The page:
The judges for this year's contest were David Akers, a field engineer for the California Cement Promotion Council; Parry Brown, a principal of Reaveley Engineers & Associates in Salt Lake City; Luanne Fairbanks, an engineer for Montgomery Watson in Las Vegas; Jason Lien, an engineering manager with Rocky Mountain Prestress in Denver; and Kurt Lindorfer, a principal of Paradigm Structural Engineers, Inc., in San Francisco.

"Great Future Seen For Concrete Mixture Of Concrete Canoe"

The unique concrete mixture that helped students at the University of Alabama in Huntsville win this year's National Concrete Canoe Competition might be the next wonder material and might even find its way into spaceships, according to John Gilbert, a team coach and a professor of mechanical engineering at the university.

"There is a really good chance these materials will replace the aerospace materials that are out there now," Gilbert says.  "I think we can make structures out of concrete that are lighter and more flexible than structures made of graphite epoxy composites."

The concrete developed by the student team for its canoe may be suitable for, among other things, supporting telescopes in space and constructing rocket fuselages, lunar colonies, and low-cost emergency shelters on Earth.

"A space station wall or a space telescope mount made of this might be thicker than graphite composites, but it would not necessarily be heavier," Gilbert says.  "The concrete is the lightest part of the mixture.  Since concrete is pretty inert, it would be less vulnerable to things like radiation or atomic oxygen erosion."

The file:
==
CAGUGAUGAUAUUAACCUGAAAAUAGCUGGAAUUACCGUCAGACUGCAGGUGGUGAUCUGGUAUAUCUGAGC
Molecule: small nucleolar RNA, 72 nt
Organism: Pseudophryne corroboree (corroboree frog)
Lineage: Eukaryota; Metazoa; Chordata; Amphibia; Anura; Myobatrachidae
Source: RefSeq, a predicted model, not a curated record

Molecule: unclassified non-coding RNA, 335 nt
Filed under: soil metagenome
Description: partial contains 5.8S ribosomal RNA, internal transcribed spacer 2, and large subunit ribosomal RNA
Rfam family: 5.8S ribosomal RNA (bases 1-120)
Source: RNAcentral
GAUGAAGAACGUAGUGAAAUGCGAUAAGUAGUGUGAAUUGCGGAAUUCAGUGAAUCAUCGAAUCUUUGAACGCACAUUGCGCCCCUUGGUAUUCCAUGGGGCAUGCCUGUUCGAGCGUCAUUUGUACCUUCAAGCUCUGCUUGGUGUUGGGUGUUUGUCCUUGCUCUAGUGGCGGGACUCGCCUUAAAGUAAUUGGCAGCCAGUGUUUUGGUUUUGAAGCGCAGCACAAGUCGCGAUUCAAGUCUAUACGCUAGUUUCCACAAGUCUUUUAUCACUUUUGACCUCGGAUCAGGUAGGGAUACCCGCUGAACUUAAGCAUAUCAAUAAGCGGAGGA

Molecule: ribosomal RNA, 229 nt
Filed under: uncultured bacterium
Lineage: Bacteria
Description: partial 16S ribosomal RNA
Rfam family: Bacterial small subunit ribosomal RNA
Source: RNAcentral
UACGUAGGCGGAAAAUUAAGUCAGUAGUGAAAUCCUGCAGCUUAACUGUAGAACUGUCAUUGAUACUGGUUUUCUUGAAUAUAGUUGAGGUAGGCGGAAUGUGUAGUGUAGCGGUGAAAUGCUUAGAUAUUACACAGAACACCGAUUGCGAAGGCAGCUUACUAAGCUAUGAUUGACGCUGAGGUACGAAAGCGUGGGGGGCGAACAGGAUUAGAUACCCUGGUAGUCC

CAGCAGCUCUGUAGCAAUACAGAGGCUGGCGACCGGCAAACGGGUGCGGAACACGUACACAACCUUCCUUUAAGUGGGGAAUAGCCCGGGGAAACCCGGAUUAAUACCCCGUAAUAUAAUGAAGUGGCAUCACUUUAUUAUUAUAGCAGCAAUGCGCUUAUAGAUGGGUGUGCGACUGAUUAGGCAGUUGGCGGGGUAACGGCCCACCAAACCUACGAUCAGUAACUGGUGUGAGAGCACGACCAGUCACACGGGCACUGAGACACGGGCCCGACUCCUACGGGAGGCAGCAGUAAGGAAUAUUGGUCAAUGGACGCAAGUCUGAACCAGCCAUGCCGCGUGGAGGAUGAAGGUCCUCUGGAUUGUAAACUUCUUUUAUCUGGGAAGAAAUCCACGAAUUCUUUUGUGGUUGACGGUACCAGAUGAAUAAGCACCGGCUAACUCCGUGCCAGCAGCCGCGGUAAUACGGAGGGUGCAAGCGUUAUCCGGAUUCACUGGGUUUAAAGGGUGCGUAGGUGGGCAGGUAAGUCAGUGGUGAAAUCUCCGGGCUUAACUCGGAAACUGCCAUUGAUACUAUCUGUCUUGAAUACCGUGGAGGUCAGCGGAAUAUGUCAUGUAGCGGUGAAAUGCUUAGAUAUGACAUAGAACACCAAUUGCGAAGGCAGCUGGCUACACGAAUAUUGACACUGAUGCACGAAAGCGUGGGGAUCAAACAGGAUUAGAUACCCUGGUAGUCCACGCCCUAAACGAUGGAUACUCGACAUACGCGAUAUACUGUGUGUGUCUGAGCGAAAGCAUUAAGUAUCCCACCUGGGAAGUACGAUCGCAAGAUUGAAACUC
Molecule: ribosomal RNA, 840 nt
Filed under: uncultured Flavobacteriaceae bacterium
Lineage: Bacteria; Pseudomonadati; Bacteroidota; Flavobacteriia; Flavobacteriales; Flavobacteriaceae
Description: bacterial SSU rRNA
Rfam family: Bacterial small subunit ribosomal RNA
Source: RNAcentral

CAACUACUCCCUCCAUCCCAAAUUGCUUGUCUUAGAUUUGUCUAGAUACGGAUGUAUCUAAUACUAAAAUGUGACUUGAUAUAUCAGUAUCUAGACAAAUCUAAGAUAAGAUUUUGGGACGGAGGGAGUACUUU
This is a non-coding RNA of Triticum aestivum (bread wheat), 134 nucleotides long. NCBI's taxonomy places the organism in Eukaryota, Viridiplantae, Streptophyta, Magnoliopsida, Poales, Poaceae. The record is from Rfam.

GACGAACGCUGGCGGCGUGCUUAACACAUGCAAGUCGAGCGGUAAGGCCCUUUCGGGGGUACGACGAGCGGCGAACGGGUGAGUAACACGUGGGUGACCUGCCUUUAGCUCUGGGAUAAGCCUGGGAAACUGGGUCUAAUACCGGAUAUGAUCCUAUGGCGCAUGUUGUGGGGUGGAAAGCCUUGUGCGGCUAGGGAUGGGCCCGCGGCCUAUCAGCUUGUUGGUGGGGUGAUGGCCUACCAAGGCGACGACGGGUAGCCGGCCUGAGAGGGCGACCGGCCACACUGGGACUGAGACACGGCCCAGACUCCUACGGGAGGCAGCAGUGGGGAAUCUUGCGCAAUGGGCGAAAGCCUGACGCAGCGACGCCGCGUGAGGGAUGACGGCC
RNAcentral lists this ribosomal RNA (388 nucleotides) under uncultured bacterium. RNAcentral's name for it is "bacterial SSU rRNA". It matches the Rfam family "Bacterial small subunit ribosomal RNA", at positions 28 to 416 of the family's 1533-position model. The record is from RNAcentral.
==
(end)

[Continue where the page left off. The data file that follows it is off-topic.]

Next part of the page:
The team's flexible concrete is the end product of more than 200 different combination of materials that were mixed and tested.  It is made of Portiand cement, latex, an acrylic fortifier, water, and microscopic hollow spheres known as glass microbeads.  The concrete is so light that it floats and it is flexible enough to bend without breaking.

Survivor, the team's winning canoe, was designed to swim by bending and flexing as it moves through the water.  It was built to store energy by flexing during each paddle stroke and then to release that energy and surge forward between strokes.

"It is an entity that no one has ever reckoned with before," Gilbert says.

"Employers Use Competitions to Recruit"

During the past 14 years, up-and-coming civil engineers have showcased their skills at the National Concrete Canoe Competition, which is sponsored by ASCE and Master Builders, Inc., of Cleveland.  At the same time engineering firms and recruiters have taken advantage of the opportunities the contest offers to scout out young talent in an informal setting.

Over the years, Master Builders itself has recruited a number of participants for jobs with the company.